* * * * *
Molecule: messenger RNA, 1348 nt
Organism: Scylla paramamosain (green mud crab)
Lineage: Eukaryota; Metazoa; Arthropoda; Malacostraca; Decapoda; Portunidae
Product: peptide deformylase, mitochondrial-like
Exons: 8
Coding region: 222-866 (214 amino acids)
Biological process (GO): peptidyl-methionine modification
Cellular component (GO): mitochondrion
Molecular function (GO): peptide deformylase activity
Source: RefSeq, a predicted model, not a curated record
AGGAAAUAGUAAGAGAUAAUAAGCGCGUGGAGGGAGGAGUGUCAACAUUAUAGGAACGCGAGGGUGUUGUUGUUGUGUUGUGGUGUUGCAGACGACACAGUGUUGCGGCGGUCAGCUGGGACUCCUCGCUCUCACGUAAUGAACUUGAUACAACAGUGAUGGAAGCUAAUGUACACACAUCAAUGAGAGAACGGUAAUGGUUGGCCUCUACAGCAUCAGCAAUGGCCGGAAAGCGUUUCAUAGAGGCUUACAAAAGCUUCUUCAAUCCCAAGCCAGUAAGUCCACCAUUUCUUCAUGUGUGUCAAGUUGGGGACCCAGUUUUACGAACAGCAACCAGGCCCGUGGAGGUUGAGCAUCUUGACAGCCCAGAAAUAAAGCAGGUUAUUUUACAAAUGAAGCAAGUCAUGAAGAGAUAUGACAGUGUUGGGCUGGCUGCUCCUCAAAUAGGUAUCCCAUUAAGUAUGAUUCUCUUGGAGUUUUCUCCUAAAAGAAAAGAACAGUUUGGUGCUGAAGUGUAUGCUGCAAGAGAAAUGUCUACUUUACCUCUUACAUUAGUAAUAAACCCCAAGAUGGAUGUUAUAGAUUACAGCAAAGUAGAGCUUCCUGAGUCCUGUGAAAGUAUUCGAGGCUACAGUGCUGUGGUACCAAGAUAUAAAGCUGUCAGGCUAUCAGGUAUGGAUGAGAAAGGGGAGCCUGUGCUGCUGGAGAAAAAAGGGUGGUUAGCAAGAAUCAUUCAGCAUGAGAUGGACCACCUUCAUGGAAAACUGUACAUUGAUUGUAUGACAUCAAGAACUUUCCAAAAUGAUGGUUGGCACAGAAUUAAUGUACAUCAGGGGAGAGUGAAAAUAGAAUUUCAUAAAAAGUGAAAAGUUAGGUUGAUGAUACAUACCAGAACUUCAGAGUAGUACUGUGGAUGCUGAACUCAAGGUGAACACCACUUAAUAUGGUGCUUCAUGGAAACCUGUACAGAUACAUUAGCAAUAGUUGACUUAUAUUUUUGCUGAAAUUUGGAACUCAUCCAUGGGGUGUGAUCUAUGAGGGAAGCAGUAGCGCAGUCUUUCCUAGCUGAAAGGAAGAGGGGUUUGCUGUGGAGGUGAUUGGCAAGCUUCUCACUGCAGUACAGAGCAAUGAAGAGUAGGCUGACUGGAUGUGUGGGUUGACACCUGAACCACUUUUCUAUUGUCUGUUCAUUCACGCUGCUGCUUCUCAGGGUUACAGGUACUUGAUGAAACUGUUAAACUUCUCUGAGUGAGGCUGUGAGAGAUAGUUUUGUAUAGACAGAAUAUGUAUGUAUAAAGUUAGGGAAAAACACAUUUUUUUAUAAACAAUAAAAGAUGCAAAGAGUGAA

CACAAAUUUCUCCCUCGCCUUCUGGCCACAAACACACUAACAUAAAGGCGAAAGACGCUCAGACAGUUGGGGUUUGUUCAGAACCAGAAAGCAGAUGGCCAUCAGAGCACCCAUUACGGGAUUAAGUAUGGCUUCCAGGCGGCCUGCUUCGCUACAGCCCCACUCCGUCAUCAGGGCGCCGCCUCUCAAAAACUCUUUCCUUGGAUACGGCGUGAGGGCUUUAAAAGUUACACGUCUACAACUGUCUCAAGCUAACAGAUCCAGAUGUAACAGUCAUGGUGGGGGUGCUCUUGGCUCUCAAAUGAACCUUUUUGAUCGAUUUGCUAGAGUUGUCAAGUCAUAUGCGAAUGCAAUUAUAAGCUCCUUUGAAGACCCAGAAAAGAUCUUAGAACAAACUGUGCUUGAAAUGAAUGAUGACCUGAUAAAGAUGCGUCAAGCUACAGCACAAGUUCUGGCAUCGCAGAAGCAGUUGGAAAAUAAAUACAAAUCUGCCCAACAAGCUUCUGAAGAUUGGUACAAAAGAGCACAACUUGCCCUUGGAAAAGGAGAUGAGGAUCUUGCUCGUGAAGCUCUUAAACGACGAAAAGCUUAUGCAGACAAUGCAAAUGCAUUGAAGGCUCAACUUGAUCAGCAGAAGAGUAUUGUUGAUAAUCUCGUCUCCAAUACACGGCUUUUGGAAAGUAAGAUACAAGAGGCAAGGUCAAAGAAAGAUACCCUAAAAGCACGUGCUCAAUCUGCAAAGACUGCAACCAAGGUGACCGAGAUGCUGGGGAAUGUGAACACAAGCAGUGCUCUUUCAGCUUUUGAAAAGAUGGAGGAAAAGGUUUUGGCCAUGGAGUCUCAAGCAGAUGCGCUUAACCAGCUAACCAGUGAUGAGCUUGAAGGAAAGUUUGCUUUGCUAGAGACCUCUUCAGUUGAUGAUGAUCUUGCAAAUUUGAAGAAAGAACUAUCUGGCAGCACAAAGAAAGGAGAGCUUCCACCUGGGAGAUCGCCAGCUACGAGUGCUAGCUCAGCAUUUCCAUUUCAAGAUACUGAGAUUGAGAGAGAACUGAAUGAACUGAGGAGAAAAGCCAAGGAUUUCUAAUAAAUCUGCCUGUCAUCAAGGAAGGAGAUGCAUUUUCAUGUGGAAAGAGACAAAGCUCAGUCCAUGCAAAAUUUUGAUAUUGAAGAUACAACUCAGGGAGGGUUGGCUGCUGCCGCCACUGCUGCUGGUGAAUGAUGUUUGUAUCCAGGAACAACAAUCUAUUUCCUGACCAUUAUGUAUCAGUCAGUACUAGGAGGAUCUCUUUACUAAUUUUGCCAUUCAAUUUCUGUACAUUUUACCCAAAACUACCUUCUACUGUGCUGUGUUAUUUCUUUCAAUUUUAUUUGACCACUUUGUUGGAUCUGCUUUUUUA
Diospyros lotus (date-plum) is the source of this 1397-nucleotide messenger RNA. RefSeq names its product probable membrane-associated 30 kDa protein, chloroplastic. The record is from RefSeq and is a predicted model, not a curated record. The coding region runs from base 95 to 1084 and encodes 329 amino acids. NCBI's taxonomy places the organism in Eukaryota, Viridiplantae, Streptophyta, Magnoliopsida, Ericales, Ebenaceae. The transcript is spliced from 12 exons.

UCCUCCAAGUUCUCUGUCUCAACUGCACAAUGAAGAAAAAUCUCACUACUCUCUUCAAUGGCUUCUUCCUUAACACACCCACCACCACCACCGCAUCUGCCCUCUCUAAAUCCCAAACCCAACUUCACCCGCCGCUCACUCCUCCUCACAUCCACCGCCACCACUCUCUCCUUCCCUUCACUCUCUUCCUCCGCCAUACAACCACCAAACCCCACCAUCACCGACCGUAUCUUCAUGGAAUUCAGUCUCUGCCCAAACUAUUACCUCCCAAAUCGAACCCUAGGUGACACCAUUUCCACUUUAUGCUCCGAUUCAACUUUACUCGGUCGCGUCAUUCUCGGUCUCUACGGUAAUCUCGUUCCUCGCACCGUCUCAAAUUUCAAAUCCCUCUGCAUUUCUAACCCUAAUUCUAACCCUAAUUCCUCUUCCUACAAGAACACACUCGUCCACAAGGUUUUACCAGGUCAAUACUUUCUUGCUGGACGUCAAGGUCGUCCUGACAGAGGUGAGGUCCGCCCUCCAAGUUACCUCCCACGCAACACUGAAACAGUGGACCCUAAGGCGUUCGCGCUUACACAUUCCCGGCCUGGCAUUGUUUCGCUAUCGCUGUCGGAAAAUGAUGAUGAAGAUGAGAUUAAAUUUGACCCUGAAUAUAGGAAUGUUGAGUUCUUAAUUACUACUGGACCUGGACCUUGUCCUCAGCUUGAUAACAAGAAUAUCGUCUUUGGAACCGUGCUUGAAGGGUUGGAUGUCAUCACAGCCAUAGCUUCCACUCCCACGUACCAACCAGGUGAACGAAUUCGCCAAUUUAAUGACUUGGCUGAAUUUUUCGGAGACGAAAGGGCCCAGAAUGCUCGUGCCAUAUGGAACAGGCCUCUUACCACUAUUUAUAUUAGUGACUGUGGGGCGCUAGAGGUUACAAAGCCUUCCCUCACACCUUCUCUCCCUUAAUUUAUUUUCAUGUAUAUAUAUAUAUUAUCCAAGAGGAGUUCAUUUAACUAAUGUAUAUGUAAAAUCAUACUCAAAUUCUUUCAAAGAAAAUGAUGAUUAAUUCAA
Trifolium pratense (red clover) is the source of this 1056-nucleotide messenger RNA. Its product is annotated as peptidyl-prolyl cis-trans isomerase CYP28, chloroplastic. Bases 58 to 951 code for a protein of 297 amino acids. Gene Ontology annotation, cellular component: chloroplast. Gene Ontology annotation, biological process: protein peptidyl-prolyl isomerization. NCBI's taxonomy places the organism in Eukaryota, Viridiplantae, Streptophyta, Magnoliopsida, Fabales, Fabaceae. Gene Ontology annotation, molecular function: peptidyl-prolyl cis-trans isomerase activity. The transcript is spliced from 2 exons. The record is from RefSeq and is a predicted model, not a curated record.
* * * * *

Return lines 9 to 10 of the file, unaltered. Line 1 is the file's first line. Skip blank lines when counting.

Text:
Molecular function (GO): peptide deformylase activity
Source: RefSeq, a predicted model, not a curated record